Pune Effect: The accuracy of stats

I’ve talked many times in my end of month traffic reports about the ‘Pune’ effect. I have no particular great intention of this post ranking but offer it as an explanation behind categorising for freak statistical events. There are good and bad events as you will soon see.

The explanation of the term ‘Pune’

Pune is a location in India and it was the first time I noticed some pretty unusual stats culminating in a spike in views which elevated one month far beyond others previously.

Pune Effect

Pune, Maharashtra, India

I drilled into the data to understand what was going on and discovered that one individual visitor had viewed 75 of my posts in the space of 3 hours. This happened only once this month and was generated off the back of commenting on a very high authority article.

I later saw these kinds of odd spikes from time to time and monitored them with interest. Uncharacteristic behaviour is the kind of data you stop and take note of.

Types of event

If you are a stat watcher like me, you desire to know whether the event was organic or synthetic.

Organic events with a spike are great. That means you’ve more than likely got an interested party checking out your stuff and putting their thumbs up (or at least viewing your work as copy worthy which normally means it’s a winner). You want winning posts and this is a good indication that you have them.

Synthetic events are the kind of issue you want to avoid. This is because you know that there is a correlation between artificial trawls and increased bounce rates and low time on site.

Bots – Automated crawlers

Bots are okay in the background. It is true that most of the time many big stat collectors know to filter out this kind of background traffic. If you ever look at stats on the server side such as AWstats or Webalizer (stats common to hosted sites normally found on the cPanel), you will see lots of additional bot traffic happening in the background. These unusual events begin to be a problem when they start bleeding into your normal stats.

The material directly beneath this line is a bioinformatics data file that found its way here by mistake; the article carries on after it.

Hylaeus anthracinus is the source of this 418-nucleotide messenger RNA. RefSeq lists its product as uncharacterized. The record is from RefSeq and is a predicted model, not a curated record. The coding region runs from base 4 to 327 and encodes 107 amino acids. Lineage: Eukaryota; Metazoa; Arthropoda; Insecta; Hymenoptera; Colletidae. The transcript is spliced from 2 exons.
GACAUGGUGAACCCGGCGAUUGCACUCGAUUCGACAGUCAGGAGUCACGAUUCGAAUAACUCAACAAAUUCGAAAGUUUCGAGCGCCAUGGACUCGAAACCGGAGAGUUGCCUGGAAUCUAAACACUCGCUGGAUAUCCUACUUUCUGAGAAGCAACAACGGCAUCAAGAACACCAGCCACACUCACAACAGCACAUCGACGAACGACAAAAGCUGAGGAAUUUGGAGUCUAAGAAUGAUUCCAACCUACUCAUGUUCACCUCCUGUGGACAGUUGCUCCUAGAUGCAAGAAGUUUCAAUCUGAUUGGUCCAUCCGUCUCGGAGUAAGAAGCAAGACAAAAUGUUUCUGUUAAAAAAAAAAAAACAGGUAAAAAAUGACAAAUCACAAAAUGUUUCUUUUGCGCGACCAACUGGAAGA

Obviously, you want your site to be listed and crawled by various stat bots, but you don’t want that data to leak into your stats and create harm that you will be penalised for by Google and other search engines.



High bounce rate constitutes as a red flag for Google & Co.

You have the uncontrollable events of visitors who may stay for a few seconds but be so underwhelmed that they leave. This is organic loss. You can stand a chance of repairing this by making sure people who need the information find it and those that don’t steer clear. It takes a bit of knowhow but can be done.

  • Remove 404 page navigation errors
  • Make sure the site doesn’t take too long to load
  • Improve your proofing (spelling, grammar, readability)
  • Be relevant
  • Don’t use traffic shortcuts

On the other side you may be targeted by bots from rather shady corners of the web. In some cases you can use a bit of data knowledge to block these activities.

One such company I tackled in 2014 were Ukrainian Semalt.com. Unfortunately this company uses a rather invasive method of pinging your site which results in a daily number of high bounce rate views. I used a method of blocking to aid me in this and then created a guide, I didn’t expect such a big take up but was surprised at how many other site owners and stat fans are suffering the same problem. Of course, a semalt.com community manager via Twitter very quickly provided a seed removal tool link, but a guy was quickly on her back about Semalt.com’s less than ethical methods of market research.

If you are interested in the more brutal solution, click this paragraph link to find out how to remove Semalt from affecting your stats permanently.